Selling a mutual fund requires complex mutual fund information to be summarised down into data that sellers can understand, which is most often driven by a technology or data warehouse infrastructure. Missing and/or bad mutual fund data is nothing new, but it has recently garnered the attention of regulators as it was directly responsible for creating the renowned mutual fund “breakpoint” issue. As a result, sellers of mutual funds are now asking what they can do to better understand the fundamentals of mutual fund data and how to identify possible risks if these issues were to occur again.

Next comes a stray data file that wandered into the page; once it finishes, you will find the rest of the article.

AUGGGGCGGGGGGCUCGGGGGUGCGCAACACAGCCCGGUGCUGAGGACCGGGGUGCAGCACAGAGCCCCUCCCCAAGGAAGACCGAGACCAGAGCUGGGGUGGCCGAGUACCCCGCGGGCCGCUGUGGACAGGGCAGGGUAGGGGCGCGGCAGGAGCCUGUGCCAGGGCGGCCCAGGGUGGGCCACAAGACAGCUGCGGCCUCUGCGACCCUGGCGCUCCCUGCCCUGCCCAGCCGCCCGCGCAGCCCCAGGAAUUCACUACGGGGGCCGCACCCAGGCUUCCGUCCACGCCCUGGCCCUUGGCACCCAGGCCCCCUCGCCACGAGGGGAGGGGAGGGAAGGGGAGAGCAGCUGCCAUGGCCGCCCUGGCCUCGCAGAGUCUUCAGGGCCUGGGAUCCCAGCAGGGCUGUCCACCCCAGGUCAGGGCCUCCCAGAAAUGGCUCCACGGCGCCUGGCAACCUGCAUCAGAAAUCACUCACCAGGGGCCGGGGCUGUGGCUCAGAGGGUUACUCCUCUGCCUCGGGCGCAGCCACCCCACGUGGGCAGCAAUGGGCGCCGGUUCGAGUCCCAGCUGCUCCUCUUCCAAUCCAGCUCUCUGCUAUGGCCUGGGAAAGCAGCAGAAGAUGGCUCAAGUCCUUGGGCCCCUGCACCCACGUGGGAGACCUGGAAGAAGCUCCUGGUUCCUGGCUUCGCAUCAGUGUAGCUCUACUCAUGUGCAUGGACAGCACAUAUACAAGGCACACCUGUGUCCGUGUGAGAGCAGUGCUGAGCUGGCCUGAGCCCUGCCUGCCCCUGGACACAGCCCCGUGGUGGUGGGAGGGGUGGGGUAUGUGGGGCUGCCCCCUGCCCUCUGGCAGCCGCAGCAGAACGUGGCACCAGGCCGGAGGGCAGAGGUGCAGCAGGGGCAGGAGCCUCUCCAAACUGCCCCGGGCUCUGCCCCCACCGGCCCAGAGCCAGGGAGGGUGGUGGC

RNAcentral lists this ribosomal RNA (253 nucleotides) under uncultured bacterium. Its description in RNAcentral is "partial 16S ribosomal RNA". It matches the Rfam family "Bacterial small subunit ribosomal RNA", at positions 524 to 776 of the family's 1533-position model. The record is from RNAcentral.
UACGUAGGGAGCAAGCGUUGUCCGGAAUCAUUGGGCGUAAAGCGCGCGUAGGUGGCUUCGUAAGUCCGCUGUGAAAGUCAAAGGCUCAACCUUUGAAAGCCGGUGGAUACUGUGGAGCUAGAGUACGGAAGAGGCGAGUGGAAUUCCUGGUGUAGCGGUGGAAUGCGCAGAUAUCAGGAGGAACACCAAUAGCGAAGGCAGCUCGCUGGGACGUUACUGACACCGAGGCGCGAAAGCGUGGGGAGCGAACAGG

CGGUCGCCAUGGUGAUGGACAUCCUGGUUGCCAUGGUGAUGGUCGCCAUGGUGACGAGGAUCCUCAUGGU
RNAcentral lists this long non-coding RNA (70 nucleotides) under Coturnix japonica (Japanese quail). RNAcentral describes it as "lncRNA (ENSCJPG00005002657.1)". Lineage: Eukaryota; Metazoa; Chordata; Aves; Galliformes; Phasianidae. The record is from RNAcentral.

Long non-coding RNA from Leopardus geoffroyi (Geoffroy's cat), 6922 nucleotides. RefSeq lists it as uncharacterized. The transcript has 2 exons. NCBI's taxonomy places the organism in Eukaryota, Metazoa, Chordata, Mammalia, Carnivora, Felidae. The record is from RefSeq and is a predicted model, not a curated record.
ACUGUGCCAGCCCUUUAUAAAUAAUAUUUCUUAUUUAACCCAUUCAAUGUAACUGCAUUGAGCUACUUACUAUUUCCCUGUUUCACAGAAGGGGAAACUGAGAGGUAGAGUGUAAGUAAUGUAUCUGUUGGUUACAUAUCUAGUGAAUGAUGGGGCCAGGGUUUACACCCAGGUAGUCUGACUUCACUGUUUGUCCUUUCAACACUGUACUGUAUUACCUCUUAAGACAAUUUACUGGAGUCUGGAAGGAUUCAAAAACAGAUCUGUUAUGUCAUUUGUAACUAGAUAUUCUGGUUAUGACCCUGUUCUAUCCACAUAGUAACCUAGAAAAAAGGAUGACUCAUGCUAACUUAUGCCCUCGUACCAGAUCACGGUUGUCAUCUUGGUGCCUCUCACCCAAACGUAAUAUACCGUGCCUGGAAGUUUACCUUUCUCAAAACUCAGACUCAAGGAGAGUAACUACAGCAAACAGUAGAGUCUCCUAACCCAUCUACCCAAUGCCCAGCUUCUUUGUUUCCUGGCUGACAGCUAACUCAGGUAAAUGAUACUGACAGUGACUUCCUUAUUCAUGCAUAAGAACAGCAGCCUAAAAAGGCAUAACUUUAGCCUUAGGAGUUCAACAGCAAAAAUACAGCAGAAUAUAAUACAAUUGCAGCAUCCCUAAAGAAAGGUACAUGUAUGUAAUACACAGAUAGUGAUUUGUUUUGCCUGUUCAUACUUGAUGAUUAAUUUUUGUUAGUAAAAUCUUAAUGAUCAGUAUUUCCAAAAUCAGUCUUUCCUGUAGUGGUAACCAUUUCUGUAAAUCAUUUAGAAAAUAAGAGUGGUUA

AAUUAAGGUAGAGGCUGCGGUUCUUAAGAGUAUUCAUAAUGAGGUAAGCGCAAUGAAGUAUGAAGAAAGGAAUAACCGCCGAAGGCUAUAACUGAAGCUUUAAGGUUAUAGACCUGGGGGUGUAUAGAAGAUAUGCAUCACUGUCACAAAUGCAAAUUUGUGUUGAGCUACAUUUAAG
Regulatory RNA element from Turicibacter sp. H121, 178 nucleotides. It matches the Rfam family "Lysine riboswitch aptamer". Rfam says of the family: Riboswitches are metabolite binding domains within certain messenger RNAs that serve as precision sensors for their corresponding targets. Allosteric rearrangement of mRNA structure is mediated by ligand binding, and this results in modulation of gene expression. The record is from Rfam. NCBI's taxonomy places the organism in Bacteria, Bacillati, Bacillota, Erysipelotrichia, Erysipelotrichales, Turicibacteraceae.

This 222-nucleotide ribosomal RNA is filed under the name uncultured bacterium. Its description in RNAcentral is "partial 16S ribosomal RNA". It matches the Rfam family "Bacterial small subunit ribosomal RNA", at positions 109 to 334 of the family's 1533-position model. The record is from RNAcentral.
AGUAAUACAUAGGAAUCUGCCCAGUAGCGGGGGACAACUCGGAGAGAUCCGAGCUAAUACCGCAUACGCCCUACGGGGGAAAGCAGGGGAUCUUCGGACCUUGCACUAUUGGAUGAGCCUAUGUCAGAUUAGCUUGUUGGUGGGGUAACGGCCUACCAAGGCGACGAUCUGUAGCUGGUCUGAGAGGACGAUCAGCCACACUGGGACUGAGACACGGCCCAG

The breakpoint issue related to investors being overcharged commissions due to some brokerage and other firms not disclosing or using detailed fund policies, like “rights of accumulation” or “letter of intent”, when selling a fund. While committees were formed and industry groups opined, the net result is that very little has changed. The breakpoint issue is alive and well today. The problem is at one level simple. Mutual fund sales are driven by technology that relies on mutual fund policies, such as “rights of accumulation” rules, being summarised as data points for the technology to work. Firms offering funds may sell billions of dollars of funds every week, and maintain considerably more on their books, but frequently they pay scant attention to the accuracy of their mutual fund reference data. Reference data is the critical link as it electronically represents a number of key data attributes including investors, intermediaries, issuers, products and prices. With reference data comprising the majority of the data content in trades, firms realise that ensuring accurate reference data is no longer an issue that can be avoided. Even when firms believe they have the reference data issue under control, random data audits have found that when comparing the mutual fund data held by distributors to the mutual funds’ own rules, a disturbing accuracy problem still exists. Comparisons have shown that for many firms, discrepancies in data results because funds have one policy as disclosed to the SEC while their distributors use entirely different ones. The best source of mutual fund information – its pricing and other policies – is contained in each mutual fund’s prospectus and more detailed statement of additional information (SAI). Every single fund is required to provide its prospectus and SAIs to only one place, the Securities and Exchange Commission. Initially required in a paper-based format, beginning in the late 1990s mutual fund companies were required by the SEC to file these documents in an electronic format to the Electronic Data Gathering, Analysis, and Retrieval (EDGAR) system. However, without an easy way to get the information out of these electronic prospectuses at the SEC, brokerage firms, industry associations and vendors have been devising ways to get a data repository with prospectus-like information for their trading and information technologies. Each solution, which runs the gamut from teams of people in back offices, to industry led repositories, has touted its data quality as the most reliable. Yet because each ignores the inherent power of the EDGAR system as the base resource, many initiatives begin based on a flawed model. In order for firms to build and manage this mutual fund data themselves they need to manually gather information from fund companies via phone, email and faxes; buy and piece together data feeds from vendors such as Morningstar; and then run separate processes to figure out which source is probably best. Frequently, and especially with the larger firms, there may be multiple groups creating their own versions of this data which increases the cost and likelihood that the information will not match internally. Firms absorb incremental expense to do this work; and in larger firms the costs can easily exceed $1 million. Also, these same firms privately suspect the quality of this effort due to its patchwork approach. This leaves the firm with an uncomfortable truth: high quality, reliable mutual fund data is essential, but it is not available for free; and alternatively is expensive and risky to self-manufacture. The key industry solution for the mutual fund data is a free service provided by a well known industry utility and securities depository. The concept is fairly straightforward; fund companies, if they choose, may provide information to the service which will then be provided at low cost to participant firms, primarily the brokerage firms who need it. The free service was designed in 1999 and remained idle until 2002 when the breakpoint issue was becoming more clearly understood. This first version of the service was revamped and re-launched in the fall of 2007. While the effort was a start in the right direction, the reason the service won’t work revolves around three key issues: coverage, completeness and cost. Coverage is the first thing a firm must question when it comes to the service. Does the service have the participation of all the funds their firm needs? If not, every time a fund is missing, the information must be manually found and managed which once again opens them up to inaccurate reference data. More specifically, when comparing service data from October 2007 to the funds data on the SEC’s EDGAR system, considerable gaps in the offering still applied, with more than 40 per cent of funds missing from the service. Why are 40 per cent of the funds missing from the service, while 100 per cent are providing information to the SEC as required? Because not all fund companies participate in the service of the industry utility, and of those that do participate, not all elect to provide data to the service. Completeness refers to how accurate the information is, including do the policies the funds are populating on the service match the same policies in the SEC’s EDGAR system? There are two types of discrepancies, the first being where the data is simply different, and the second where the data is missing when the EDGAR system shows the fund has a policy. In the case of the breakpoint tables, the core commission pricing table for front end loaded mutual funds, 68 per cent of the funds in the service either have a discrepancy or are missing. Even more detailed mutual fund policies show discrepancies between the service and the SEC EDGAR system. The compound effect of multiple discrepancies across various data elements leads to an exponential increase in disclosure and transaction errors. So that leaves us with cost. Firms hoping to rely on the service are left with trying to cobble together data due to the missing funds. This added cost, which is often buried deep in operations, tends to be hidden from most organisations. Fund companies, and their investors, are similarly left with the expense of manually managing this data. Avoiding the risks and costs of unreliable data is not as difficult as it seems provided you follow seven steps to assess the accuracy of the mutual fund data your firm currently uses. Firms should ask themselves the following key questions: What does the mutual fund data do? How important is it to our enterprise value? Since mutual fund trading is automated to a point, find out what data your firm is currently using to support trading. Do a “back-of-the-napkin” assessment of the risk level to your company if this data is wrong – including but not limited to regulatory, financial, reputation et cetera. How is mutual fund data collected and managed now, and what cost/risk assessments have been done? Mutual fund data can come from multiple sources, and take significant resources to manage. Firms need to ask how much money they are spending to collect this data now. Does our firm have, or is it considering, a data governance initiative to reduce risk? As securities and financial services firms recognise that their automated systems provide added efficiency and accuracy when leveraging high-quality data, are they creating organisations and procedures for overseeing data management? At one end of the spectrum firms are forming a complete data governance organisation, including a chief data officer, to manage data acquisition, management and risk assessment. At the other end of the spectrum firms are opting to adopt outside vendor capabilities to support, create and manage quality data sourcing and oversight. The goal is the “golden copy” of the data from which an entire business can run. Be sure to understand what your firm is doing, and how the organisation is changing to better manage mutual fund data. Consider doing a mutual fund data audit. Organisations should test mutual fund data via a comprehensive audit, whereby data from your firm is compared to current available policies sourced from existing SECs documents. The goal is twofold: one, identify discrepancies, and two, identify mutual fund policies that are available, but currently missing. What data do employees rely on that your company does not manage itself? When the breakpoint issue first occurred, many firms worked to mitigate future risk by creating paper forms and spreadsheets. Chances are this data, which is outside of most organisations’ core collection processes, is old and under-managed. It is critical to understand if your employees are using data from vendors or analysis firms and are disclosing this information to investors – and are they taking into account all the requirements for breakpoint disclosure? What level of validation is sufficient? Mutual fund data, because it simplifies accuracy checking for each trade through automation, needs to be reliable, that is consistent, correct and complete. But data quality standards will vary depending upon the type of data, its source and resources applied. Take the time to understand the validation processes that are in place today and determine what if anything needs to be done in the future. Are liability and risk part of the assessment? This kind of assessment frequently happens after a problem has been found. For instance, the breakpoint issue most likely has already been found and is now assumed fixed at your firm. However, what would be the cost to your firm if the issue were rediscovered by regulators? What protections do you have if you are self-sourcing mutual fund data internally? Investing in exemplary mutual fund data makes sound business sense, especially if it is sourced from the SEC’s EDGAR system. Because of the risk and complexity, this is one of those cases where “buying” a solution makes so much more sense than “building” one, both from a cost as well as a risk reduction perspective. Before your company spends another day operating under the false assumption that critical data is accurate, make sure you dedicate the time to examining your organisation’s use of mutual fund data to ensure efficient, ongoing investor relations and to ensure the overall reputation of your firm. By doing so, you may become your firm’s biggest asset, having protected it by making some sound and basic changes in this important yet often hidden and under-valued area. Jeff Levering is vice president of corporate development and business strategies at NewRiver.